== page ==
__________________________________________________________________________ Amino Acid Ex. X.sup.7 Rf [.alpha.].sub.D.sup.25 Elemental Analysis Analysis __________________________________________________________________________ 1 GlyAmouphous 0.82.sup.3 ; +27.9.degree. C.sub.23 H.sub.29 N.sub.5 O.sub.7 HCl.H.sub.2 O: (HCl) (lyophilised) 0.63.sup.4 ; (C = 0.18, C, 50.97; Gly (3.02); 0.60.sup.5 in MeOH) H, 5.91; Try (1.0); N, 12.93 Phe (0.99) Found: C, 51.09; H, 6.19; N, 12.54% 2 Ala Amorphous 0.5.sup.3 ; +22.3.degree. C.sub.24 H.sub.31 N.sub.5 O.sub.7.HCl.H.sub.2 O: (HCl) (lyophilised) 0.58.sup.4 ; (C = 0.2, C, 51.85; Gly (1.95); 0.67.sup.5 in MeOH) H, 6.12; Ala (1.01); N, 12.60 Tyr (1.00); Phe (0.98) Found: C, 52.14; H, 6.20; N, 12.10% 3 Val Amorphous 0.80.sup.2 ; +31.7 C.sub.27 H.sub.35 N.sub.5 O.sub.7.HCl.2H.sub.2 O: (HCl) (lyophilised) 0.67.sup.4 ; (C = 0.1, C, 52.80; Gly (2.1); 0.79.sup.5 in MeOH) H, 6.52; Val (1.02) N, 11.40 Tyr(1.00); Phe (1.05) Found: C, 52.89; H, 6.45; N, 11.26% __________________________________________________________________________

The following peptides were prepared, with the characteristing data respectively shown therefor, according to standard procedures in peptide chemistry analogous to those set out in the foregoing Examples and Reference Preparations. C-Terminalderivatives are indicated according to convention, that is to say:

______________________________________ --OMe methyl ester --NH.sub.2 amide --NHEt ethylamide ______________________________________

In Example 10, BOC.Tyr.Gly.Gly.Tyr.Leu.OBu was dissolved in methanol/methylene dichloride containing a few drops of borontrifluoride etherate. An excess of an ethereal solution of diazomethane was added and the solution allowed to stand atambient temperature until its reaction with Pauly's reagent was negative. The solution was evaporated and the BOC and Bu protecting groups removed from the residual solid by means of N-hydrogen chloride in acetic acid in the presence of anisole in thenormal manner. The peptide hydrochloride was isolated as a colourless amorphous powder after lyophilisation from aqueous solution.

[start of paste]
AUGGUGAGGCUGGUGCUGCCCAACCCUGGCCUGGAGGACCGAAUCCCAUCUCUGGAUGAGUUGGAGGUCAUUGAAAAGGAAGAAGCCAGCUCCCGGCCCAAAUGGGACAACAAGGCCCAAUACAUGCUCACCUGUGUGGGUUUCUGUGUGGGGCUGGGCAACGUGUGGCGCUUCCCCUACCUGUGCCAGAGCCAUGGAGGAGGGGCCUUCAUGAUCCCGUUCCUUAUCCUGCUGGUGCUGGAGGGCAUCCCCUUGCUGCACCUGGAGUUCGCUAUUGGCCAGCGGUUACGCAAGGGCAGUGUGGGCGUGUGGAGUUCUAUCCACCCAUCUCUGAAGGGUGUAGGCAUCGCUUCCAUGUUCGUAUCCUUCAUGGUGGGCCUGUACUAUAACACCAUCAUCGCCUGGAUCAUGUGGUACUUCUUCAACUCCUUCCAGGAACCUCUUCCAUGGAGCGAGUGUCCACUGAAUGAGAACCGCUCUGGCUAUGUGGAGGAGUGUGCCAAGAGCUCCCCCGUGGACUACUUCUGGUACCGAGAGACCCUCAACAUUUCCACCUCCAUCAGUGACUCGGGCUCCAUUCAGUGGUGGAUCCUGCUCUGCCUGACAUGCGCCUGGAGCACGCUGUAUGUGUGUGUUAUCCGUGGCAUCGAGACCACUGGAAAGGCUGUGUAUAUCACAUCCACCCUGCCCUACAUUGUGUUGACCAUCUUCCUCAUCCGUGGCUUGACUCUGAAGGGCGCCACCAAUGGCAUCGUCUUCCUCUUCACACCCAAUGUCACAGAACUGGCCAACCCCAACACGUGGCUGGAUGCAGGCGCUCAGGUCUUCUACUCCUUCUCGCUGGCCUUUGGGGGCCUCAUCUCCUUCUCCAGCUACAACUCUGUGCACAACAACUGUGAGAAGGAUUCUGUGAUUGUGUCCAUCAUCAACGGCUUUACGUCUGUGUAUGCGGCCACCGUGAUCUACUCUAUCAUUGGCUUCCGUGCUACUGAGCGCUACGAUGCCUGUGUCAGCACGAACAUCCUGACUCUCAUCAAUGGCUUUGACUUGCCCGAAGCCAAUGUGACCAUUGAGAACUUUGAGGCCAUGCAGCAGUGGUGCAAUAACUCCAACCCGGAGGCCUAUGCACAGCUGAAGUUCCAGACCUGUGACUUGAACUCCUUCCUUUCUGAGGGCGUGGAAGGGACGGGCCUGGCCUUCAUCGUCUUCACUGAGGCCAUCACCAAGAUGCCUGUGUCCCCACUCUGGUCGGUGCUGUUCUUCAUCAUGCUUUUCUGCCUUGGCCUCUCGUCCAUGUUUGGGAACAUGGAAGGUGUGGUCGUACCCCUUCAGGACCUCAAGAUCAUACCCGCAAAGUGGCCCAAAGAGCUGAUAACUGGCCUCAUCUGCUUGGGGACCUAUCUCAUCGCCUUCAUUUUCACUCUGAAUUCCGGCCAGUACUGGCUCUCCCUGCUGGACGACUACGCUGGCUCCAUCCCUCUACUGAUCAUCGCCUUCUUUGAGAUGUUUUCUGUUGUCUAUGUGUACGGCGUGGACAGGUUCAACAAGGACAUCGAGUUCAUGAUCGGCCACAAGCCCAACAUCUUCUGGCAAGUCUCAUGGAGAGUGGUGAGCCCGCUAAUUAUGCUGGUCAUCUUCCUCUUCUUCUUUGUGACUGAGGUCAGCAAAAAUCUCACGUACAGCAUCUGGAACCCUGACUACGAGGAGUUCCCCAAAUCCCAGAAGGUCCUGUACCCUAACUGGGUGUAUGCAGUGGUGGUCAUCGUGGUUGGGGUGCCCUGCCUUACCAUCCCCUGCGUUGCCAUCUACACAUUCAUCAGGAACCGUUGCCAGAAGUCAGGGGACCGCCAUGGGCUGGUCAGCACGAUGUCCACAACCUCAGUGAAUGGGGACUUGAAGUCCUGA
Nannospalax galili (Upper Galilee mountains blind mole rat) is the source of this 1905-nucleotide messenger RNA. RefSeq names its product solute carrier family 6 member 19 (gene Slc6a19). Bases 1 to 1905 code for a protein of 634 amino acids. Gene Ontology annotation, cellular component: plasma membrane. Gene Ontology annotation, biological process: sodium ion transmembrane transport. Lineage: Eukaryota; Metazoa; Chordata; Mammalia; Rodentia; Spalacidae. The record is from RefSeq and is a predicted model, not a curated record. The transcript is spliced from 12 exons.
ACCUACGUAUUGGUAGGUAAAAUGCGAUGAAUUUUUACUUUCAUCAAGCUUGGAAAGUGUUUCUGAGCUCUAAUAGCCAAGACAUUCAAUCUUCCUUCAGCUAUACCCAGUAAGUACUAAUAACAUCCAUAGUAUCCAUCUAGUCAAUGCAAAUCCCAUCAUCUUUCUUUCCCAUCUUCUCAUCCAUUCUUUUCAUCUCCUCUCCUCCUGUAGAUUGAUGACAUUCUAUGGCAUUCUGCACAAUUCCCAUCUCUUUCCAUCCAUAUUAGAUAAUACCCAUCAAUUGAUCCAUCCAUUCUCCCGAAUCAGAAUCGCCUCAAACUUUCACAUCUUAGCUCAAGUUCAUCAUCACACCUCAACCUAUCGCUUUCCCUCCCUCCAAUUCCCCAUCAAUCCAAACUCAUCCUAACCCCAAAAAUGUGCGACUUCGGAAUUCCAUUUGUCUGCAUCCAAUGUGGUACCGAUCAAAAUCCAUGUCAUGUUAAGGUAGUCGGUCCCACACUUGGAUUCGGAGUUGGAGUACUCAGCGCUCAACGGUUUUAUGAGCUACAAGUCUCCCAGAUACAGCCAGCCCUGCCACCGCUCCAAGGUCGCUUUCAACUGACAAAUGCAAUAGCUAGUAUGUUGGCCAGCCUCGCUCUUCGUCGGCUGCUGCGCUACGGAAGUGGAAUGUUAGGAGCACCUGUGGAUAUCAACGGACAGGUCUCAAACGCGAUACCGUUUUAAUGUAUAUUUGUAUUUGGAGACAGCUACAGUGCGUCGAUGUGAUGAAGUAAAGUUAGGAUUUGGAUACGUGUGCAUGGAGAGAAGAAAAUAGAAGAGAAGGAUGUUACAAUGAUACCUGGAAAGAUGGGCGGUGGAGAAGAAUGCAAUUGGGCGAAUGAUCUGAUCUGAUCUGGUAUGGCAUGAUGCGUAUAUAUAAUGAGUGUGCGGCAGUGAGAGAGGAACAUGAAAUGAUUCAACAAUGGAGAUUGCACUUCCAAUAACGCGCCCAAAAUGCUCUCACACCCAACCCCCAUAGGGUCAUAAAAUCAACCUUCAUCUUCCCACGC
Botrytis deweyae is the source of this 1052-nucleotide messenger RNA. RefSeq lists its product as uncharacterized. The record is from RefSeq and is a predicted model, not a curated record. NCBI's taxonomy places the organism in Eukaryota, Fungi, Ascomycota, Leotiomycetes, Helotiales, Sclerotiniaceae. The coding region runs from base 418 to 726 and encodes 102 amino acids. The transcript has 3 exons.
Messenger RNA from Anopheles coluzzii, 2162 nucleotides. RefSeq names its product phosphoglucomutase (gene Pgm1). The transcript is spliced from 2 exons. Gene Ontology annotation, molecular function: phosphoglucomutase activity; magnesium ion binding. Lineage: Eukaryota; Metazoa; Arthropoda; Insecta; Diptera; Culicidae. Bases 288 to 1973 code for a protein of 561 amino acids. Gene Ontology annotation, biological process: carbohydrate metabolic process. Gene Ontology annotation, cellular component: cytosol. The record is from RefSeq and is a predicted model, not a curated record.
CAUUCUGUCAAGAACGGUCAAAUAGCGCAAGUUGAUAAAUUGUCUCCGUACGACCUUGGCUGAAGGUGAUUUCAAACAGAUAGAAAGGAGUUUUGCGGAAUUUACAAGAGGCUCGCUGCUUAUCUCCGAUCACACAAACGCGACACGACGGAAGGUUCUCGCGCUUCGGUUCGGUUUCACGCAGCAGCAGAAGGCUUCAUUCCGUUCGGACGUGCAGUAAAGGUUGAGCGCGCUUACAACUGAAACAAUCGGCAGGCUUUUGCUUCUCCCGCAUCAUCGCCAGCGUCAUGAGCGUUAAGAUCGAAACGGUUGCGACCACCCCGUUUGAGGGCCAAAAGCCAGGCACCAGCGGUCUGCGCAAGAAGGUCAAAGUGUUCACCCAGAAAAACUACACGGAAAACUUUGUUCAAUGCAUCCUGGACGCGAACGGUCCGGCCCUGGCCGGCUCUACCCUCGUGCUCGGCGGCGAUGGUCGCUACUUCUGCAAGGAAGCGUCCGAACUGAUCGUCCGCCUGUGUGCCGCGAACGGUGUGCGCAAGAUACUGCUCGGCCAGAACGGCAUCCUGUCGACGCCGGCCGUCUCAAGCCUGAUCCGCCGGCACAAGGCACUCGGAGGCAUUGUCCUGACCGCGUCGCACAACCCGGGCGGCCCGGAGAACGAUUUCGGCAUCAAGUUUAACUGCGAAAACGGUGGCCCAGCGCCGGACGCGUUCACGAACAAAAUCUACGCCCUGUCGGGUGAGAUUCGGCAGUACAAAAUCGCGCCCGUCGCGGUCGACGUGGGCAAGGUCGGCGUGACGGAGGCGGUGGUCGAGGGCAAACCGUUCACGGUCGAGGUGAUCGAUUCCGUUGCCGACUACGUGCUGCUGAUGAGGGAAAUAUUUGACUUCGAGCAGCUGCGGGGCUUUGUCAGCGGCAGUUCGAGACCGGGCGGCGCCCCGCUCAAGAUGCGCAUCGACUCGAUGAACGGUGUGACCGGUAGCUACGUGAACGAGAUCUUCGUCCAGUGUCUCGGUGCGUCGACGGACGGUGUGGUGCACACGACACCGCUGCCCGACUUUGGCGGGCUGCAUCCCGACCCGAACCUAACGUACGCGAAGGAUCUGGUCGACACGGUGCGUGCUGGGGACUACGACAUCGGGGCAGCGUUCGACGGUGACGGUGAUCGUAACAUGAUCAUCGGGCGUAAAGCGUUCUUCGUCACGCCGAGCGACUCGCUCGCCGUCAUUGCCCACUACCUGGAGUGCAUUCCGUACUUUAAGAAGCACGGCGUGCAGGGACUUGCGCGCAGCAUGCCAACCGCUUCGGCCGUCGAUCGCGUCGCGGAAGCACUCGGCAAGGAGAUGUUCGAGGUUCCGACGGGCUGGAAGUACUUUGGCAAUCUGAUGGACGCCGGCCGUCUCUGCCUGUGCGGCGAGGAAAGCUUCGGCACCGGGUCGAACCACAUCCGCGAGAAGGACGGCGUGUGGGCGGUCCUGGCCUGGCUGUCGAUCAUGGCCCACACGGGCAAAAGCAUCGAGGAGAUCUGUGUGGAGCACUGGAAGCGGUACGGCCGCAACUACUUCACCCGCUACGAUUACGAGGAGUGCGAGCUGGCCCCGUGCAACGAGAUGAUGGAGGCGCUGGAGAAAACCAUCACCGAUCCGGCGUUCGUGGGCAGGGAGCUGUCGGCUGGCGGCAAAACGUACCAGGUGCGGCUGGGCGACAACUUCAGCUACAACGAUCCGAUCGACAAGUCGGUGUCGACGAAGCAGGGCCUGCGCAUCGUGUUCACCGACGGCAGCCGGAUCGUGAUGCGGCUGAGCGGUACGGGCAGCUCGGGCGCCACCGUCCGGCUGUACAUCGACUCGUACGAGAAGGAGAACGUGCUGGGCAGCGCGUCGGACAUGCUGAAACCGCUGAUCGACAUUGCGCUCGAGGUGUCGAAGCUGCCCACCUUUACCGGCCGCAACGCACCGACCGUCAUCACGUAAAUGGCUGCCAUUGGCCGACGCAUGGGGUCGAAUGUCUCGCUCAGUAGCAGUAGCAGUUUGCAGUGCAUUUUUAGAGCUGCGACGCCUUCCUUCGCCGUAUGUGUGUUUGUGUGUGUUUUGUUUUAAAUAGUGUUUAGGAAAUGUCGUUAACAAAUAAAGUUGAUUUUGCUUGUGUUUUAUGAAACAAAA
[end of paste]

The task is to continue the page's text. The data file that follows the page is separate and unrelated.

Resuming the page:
In Example 21, the product peptide was purified by chromatography on a column of silica gel (Merck) by elution with n-butanol: acetic acid: water (3:1:1). The Pauly-positive fractions with Rf: 0.44.sup.2 were combined, evaporated in vacuo andthe residue lypophilised from aqueous solution.

The peptide base of Example 105 was prepared by reduction of the compound H.Tyr.Gly.Gly.Phe.Leu.OMe: the reducing agent was lithium aluminium hydride but other equivalent agents, common in the art, could also be used.

The peptide bases of Examples 111 and 112 were prepared by (a) preparing Z-leucineamide from the protected amino acid; (b) converting the amide to the nitrile (phosphorus oxychloride); (c) preparing the protected leucine tetrazole by reacting thenitrile with hydrazoic acid; (d) deprotecting the leucyl amino function by hydrogenolysis (10% palladium on charcoal); (e) assembling the pentapeptide in the customary manner.